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       patch [options] [originalfile [patchfile]]

       but usually just

       patch -pnum <patchfile


       patch takes a patch file patchfile containing a difference
       listing produced by the diff  program  and  applies  those
       differences  to  one  or  more  original  files, producing
       patched versions.  Normally the patched versions  are  put
       in  place  of the originals.  Backups can be made; see the
       -b or --backup option.  The  names  of  the  files  to  be
       patched  are  usually  taken  from  the patch file, but if
       there's just one file to be patched it  can  specified  on
       the command line as originalfile.

       Upon  startup, patch attempts to determine the type of the
       diff listing, unless overruled by  a  -c  (--context),  -e
       (--ed),  -n (--normal), or -u (--unified) option.  Context
       diffs (old-style, new-style, and unified) and normal diffs
       are  applied  by  the patch program itself, while ed diffs
       are simply fed to the ed(1) editor via a pipe.

       patch tries to skip any leading garbage, apply  the  diff,
       and  then  skip any trailing garbage.  Thus you could feed
       an article or message containing a diff listing to  patch,
       and  it  should work.  If the entire diff is indented by a
       consistent amount, or if a  context  diff  contains  lines
       ending  in  CRLF  or  is encapsulated one or more times by
       prepending "- " to lines starting with "-" as specified by
       Internet  RFC  934,  this  is  taken  into account.  After
       removing indenting or encapsulation, lines beginning  with
       # are ignored, as they are considered to be comments.

       With  context  diffs,  and  to a lesser extent with normal
       diffs, patch can detect when the line numbers mentioned in
       the  patch are incorrect, and attempts to find the correct
       place to apply each hunk of the patch.  As a first  guess,
       it  takes  the line number mentioned for the hunk, plus or
       minus any offset used in applying the previous  hunk.   If
       that  is  not the correct place, patch scans both forwards
       and backwards for a set  of  lines  matching  the  context
       given  in  the  hunk.  First patch looks for a place where
       all lines of the context  match.   If  no  such  place  is
       found,  and it's a context diff, and the maximum fuzz fac­
       tor is set to 1 or more, then  another  scan  takes  place
       ignoring  the  first  and  last  line of context.  If that
       fails, and the maximum fuzz factor is set to  2  or  more,
       the  first  two and last two lines of context are ignored,
       and another scan is made.  (The default maximum fuzz  fac­
       As  each  hunk  is  completed,  you  are  told if the hunk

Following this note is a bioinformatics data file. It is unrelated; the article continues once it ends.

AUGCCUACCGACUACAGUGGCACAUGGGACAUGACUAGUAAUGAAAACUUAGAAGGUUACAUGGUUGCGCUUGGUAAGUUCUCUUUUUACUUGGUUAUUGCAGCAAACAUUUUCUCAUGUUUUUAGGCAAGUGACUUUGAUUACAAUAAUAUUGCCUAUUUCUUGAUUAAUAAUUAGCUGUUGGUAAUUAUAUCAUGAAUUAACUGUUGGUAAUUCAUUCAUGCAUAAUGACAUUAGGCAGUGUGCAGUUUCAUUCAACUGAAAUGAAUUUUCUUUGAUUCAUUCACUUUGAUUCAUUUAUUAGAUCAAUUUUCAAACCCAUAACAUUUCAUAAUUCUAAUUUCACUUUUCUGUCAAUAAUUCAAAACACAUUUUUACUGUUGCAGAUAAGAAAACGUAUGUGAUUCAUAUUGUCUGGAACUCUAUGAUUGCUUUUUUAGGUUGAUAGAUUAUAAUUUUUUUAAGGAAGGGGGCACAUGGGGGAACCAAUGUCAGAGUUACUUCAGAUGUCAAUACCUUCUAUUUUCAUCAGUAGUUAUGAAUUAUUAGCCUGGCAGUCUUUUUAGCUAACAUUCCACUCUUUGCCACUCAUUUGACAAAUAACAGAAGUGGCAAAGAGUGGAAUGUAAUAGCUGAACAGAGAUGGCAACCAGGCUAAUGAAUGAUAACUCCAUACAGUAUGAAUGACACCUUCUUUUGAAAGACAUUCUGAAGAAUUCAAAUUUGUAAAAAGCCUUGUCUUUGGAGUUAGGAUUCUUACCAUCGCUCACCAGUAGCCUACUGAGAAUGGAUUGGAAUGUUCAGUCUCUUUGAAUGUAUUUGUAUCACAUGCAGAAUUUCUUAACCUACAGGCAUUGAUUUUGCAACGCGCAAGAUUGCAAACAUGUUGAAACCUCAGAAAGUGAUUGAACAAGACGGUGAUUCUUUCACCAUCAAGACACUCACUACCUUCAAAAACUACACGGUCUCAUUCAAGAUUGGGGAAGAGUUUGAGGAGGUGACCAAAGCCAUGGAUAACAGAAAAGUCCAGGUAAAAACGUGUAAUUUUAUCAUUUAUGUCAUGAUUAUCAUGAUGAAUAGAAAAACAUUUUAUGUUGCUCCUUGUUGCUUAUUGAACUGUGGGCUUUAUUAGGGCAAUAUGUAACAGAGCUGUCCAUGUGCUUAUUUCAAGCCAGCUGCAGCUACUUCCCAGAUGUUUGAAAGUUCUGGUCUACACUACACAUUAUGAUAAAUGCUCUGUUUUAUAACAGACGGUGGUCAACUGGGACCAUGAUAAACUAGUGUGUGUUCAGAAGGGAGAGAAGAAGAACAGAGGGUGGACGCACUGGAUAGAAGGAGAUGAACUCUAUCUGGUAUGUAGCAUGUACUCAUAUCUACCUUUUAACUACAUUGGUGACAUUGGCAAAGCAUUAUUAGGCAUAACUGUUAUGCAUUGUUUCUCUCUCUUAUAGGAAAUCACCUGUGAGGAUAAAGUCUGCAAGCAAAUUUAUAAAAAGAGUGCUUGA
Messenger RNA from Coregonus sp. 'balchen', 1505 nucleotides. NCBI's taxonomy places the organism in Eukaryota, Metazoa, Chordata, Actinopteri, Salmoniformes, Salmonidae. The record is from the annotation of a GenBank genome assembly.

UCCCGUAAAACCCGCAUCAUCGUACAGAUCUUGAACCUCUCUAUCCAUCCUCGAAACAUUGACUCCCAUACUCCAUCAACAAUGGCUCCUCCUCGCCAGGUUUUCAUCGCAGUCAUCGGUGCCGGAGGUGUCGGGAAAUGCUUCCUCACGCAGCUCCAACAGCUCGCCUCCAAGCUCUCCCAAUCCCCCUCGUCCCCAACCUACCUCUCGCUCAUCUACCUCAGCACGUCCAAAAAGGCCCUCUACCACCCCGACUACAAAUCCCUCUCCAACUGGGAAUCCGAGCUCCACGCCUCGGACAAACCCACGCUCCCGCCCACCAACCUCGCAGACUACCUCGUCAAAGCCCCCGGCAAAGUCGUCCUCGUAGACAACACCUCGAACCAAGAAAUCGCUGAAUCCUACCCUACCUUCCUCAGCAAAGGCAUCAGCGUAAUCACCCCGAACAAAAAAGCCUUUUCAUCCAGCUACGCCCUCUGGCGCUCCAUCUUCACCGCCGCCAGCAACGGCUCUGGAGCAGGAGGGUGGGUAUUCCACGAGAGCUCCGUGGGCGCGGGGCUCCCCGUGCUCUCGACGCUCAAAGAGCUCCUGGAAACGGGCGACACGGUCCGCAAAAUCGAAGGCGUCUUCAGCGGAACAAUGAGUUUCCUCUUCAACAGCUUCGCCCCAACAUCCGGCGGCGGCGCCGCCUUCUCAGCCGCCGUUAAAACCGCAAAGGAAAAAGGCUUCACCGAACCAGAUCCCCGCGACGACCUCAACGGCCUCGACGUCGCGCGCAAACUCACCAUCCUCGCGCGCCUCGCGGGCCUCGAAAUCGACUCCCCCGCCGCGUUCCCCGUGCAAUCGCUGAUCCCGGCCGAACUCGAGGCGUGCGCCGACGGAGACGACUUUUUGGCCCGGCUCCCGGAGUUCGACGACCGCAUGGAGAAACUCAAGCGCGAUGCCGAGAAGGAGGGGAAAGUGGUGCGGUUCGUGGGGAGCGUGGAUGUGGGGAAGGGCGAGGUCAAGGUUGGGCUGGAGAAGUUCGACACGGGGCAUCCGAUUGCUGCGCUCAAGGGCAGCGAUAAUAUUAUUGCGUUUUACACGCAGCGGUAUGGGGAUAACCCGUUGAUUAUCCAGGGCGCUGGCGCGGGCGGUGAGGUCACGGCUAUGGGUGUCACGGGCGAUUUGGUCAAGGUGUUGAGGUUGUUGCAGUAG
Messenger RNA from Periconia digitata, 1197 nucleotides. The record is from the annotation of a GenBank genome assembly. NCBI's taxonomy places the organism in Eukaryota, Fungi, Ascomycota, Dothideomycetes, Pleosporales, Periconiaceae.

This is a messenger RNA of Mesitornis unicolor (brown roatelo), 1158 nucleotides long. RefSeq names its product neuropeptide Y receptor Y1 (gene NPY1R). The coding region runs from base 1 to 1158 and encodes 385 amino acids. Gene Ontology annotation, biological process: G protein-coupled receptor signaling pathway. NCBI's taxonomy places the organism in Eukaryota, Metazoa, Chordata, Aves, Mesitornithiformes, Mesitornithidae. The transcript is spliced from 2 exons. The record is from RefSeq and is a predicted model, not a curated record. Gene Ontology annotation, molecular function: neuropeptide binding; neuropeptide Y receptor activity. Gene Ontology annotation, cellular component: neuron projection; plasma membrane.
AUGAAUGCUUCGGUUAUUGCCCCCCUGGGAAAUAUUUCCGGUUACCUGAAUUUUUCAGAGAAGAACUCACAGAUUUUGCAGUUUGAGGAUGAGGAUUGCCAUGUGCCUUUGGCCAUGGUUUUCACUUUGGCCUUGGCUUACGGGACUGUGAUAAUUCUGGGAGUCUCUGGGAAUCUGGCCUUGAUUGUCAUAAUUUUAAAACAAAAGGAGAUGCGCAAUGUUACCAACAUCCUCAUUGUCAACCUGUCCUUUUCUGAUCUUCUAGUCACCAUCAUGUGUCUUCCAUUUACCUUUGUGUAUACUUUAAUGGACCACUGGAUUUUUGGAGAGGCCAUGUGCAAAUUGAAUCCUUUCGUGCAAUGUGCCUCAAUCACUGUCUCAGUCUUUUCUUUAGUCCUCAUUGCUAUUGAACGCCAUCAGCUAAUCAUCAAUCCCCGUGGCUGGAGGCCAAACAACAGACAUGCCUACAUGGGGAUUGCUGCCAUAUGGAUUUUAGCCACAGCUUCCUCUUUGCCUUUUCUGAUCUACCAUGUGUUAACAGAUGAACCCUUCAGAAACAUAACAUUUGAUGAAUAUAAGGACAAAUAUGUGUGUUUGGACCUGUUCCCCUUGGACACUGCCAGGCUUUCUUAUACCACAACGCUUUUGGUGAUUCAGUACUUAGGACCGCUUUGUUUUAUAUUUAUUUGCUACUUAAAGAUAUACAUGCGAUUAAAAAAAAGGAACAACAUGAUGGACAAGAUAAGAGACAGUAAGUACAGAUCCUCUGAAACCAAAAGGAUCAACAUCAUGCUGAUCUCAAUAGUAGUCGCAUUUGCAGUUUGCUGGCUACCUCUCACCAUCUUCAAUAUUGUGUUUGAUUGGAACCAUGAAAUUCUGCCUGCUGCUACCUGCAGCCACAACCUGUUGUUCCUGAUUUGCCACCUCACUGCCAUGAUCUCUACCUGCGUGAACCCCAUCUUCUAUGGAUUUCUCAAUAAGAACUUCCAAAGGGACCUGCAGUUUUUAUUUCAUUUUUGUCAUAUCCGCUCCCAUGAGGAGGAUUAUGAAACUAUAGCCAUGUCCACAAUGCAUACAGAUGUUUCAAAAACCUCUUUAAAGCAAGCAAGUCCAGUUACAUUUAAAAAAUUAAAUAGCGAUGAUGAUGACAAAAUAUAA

failed, and if so which  line  (in  the  new  file)  patch
       thought  the  hunk should go on.  If the hunk is installed
       at a different line from the line number specified in  the
       diff  you  are told the offset.  A single large offset may
       indicate that a hunk was installed  in  the  wrong  place.
       You  are  also  told if a fuzz factor was used to make the
       match, in which case you should also  be  slightly  suspi­
       cious.   If  the  --verbose  option is given, you are also
       told about hunks that match exactly.

       If no original file origfile is specified on  the  command
       line,  patch  tries to figure out from the leading garbage
       what the name of the file to edit is, using the  following

       First, patch takes an ordered list of candidate file names
       as follows:

        · If the header is that of a context  diff,  patch  takes
          the  old  and  new file names in the header.  A name is
          ignored if it does not have enough slashes  to  satisfy
          the -pnum or --strip=num option.  The name /dev/null is
          also ignored.

        · If there is an Index: line in the leading  garbage  and
          if  either  the old and new names are both absent or if
          patch is conforming to POSIX, patch takes the  name  in
          the Index: line.

        · For  the  purpose of the following rules, the candidate
          file names are considered to be in the order (old, new,
          index), regardless of the order that they appear in the

       Then patch selects a file name from the candidate list  as

        · If  some  of  the  named files exist, patch selects the
          first name if conforming to POSIX, and  the  best  name

        · If  patch is not ignoring RCS, ClearCase, Perforce, and
          SCCS (see the -g num or --get=num option), and no named
          files  exist  but  an RCS, ClearCase, Perforce, or SCCS
          master is found, patch selects  the  first  named  file
          with an RCS, ClearCase, Perforce, or SCCS master.

        · If  no  named files exist, no RCS, ClearCase, Perforce,
          or SCCS master was found, some names are  given,  patch
          is  not  conforming  to POSIX, and the patch appears to
          create a file, patch selects the  best  name  requiring

       line  (normally  a version number) and checks the original
       file to see if that word can be found.  If not, patch asks
       for confirmation before proceeding.

       The  upshot of all this is that you should be able to say,
       while in a news interface, something like the following: